On May 11, the vendor informed both a water bureau supervisor and BAPS manager that, after months of getting no response and facing $77,000 in past-due invoices, the company would “pause” deliveries of the chemical.
For about two weeks, the vendor made good on the threat, and the city’s supply of the chemical at its treatment plants reached a dangerously low level  – OIG Report.
For approximately two weeks, the vendor made good on the threat, and the city’s on-site supply of the chemical at its three treatment plants – Montebello 1, Montebello 2 and Ashburton – “reached a critically low level.”
“On June 8, the DPW supervisor asked for an extension to make the payment because Montebello Plant 1 would be out of the water treatment chemical without a delivery by June 10,” the report says.
“The vendor agreed to deliver the water treatment chemical, but stated it must receive a minimum payment of $43,834.70 by June 13, 2022.”
Baltimore Inspector General Isabel Mercedes Cumming. (Brew file photo)
On the deadline day, now-retired Finance Department Director Henry Raymond granted an emergency procurement request for a six-month contract extension with the vendor. The department used its procurement credit card to pay most of the overdue invoices.
On July 22, Keasha Brown signed the emergency contract, which granted the vendor’s price increase from August 1 through the end of 2022.
OIG investigators found emails in 2021 and early 2022 from the vendor requesting the price increase, but no evidence that procurement ever responded or approved the increase.
At the same time, the city did make some payments to Greer reflecting its requested price increase (even while its overall payments to the company were past due). Cumming later determined that the finance department had overpaid the price increase by $4,685.65.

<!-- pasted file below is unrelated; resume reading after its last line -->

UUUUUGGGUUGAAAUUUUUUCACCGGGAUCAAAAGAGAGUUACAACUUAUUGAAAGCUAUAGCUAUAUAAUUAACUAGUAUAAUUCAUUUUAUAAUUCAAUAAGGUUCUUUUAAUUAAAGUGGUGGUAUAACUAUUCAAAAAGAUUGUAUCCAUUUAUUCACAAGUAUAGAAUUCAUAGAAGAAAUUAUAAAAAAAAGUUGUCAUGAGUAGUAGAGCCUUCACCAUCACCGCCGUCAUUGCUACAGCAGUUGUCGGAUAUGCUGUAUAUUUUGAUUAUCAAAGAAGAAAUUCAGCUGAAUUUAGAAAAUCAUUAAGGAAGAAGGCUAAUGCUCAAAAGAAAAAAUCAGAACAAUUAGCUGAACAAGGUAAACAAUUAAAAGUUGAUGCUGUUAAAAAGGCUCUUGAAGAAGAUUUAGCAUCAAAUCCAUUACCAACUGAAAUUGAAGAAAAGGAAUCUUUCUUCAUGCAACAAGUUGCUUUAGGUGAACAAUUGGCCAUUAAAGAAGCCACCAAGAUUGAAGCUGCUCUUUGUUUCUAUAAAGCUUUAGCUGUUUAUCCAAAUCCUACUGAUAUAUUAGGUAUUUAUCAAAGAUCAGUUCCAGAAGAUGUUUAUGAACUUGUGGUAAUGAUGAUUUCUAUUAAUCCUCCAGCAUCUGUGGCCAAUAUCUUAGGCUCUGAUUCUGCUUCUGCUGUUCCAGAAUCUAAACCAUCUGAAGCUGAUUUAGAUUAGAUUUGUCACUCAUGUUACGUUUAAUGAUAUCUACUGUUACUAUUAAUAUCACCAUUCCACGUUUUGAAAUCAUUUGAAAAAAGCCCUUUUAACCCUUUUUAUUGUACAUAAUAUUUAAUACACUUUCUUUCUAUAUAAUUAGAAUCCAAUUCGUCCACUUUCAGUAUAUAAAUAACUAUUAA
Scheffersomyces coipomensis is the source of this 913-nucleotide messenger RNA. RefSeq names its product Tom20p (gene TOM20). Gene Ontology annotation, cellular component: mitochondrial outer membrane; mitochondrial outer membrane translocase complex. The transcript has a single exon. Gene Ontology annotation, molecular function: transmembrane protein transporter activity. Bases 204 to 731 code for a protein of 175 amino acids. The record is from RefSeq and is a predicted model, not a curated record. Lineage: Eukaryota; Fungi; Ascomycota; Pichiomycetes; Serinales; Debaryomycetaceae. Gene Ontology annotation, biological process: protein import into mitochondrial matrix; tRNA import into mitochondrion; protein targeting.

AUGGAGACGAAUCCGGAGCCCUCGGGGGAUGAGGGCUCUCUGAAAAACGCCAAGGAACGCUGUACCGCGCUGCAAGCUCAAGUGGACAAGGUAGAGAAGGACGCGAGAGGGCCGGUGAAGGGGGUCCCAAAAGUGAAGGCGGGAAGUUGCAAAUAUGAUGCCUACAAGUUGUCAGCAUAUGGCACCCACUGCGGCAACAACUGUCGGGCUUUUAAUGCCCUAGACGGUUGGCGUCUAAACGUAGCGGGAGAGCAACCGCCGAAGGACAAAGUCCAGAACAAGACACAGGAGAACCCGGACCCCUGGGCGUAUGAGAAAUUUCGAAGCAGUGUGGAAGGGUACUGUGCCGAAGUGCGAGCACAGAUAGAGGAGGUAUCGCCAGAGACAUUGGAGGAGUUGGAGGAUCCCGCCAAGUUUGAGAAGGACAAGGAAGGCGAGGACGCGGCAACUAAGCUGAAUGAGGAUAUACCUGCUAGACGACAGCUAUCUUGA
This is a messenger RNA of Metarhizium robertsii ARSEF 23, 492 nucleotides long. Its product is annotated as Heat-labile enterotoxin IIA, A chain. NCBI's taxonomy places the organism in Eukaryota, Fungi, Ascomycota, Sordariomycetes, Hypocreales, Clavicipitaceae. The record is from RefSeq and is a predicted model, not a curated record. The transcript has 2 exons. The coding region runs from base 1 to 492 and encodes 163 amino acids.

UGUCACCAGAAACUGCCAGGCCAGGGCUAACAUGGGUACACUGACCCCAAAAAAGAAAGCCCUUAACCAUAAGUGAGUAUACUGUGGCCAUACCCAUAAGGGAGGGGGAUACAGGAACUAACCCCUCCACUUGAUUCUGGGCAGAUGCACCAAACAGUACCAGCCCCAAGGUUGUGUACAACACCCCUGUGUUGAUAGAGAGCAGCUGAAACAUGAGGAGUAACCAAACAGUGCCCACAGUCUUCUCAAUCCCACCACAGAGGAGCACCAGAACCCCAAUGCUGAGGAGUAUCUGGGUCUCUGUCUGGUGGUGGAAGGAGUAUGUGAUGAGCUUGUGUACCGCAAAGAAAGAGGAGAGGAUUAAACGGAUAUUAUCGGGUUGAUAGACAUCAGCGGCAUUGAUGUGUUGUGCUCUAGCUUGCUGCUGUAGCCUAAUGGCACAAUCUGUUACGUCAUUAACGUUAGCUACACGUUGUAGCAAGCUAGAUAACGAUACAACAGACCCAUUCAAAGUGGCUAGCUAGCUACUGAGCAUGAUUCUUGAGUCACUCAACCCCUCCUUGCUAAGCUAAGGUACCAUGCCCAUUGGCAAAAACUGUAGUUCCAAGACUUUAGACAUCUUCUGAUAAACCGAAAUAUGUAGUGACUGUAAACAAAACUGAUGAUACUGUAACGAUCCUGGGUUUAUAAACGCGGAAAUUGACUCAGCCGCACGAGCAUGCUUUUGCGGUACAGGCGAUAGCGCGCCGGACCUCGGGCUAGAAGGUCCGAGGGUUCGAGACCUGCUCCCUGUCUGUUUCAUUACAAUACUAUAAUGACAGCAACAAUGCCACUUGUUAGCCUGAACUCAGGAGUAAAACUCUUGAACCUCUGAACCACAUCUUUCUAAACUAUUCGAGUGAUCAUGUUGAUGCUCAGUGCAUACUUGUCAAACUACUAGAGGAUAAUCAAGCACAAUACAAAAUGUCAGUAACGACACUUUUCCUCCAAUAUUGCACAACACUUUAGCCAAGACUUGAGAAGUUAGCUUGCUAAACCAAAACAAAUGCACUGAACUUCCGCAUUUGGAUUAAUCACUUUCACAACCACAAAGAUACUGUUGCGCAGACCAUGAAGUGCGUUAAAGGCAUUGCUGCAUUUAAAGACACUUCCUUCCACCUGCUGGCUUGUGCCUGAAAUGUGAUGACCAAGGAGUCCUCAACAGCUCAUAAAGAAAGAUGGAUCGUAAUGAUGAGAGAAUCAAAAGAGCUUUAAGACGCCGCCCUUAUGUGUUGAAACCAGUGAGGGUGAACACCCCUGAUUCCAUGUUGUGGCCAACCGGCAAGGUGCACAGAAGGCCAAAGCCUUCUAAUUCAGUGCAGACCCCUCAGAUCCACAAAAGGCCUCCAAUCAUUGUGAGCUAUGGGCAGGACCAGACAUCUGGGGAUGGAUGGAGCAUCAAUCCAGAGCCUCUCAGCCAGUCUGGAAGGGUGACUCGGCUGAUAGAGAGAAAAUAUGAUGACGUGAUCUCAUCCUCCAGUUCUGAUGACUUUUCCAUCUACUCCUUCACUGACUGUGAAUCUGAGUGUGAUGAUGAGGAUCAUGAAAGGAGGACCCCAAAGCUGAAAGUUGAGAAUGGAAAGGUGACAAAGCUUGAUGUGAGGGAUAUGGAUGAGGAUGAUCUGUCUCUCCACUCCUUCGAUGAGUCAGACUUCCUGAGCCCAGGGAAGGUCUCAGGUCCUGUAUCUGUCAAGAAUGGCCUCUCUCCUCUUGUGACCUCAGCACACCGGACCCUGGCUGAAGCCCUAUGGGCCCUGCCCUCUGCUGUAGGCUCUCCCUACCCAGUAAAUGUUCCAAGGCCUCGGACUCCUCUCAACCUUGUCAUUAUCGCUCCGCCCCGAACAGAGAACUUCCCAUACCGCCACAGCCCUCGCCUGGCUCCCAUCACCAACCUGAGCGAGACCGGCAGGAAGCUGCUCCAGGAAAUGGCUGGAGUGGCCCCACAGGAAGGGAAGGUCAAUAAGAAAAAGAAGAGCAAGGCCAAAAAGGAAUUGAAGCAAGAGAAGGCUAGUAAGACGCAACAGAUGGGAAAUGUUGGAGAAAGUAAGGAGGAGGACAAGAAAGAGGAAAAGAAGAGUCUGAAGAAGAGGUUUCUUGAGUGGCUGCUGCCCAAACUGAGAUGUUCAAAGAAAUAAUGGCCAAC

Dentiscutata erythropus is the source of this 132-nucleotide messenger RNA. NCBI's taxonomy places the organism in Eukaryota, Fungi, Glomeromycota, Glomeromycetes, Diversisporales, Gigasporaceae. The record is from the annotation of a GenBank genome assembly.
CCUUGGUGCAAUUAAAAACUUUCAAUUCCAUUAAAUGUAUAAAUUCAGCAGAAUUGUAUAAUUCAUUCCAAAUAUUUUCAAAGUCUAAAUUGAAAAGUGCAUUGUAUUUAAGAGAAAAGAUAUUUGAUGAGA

In response to the report, DPW Director Mitchell and incoming Finance Director Michael Moiseyev said they agreed with the OIG’s findings.
(Created to root out waste, fraud and inefficiency, the OIG can only report its findings to Mayor Scott and agency administrators, who have the power to decide what, if any action, will be taken.)
In this case, there were no reported repercussions to staff, only a pledge to do better next time.
Moiseyev said BAPS will “develop standard operating procedures instructing personnel on managing vendor invoices during pricing disputes,” while the procurement office “is reviewing the process for vendor contact during contract renewals and will work with the Law Department to review existing contractual language regarding the time frame for when vendors must submit price escalation requests.”
For DPW’s part, Mitchell said a new “chief of internal operations” has been hired to help improve communications with vendors.
The agency will additionally “escalate its needs with the Department of Finance to ensure a swift resolution to procurement and payment-related challenges as noted in the report.”
Mitchell and Moiseyev, in their response, made no mention of the public health implications of the incident.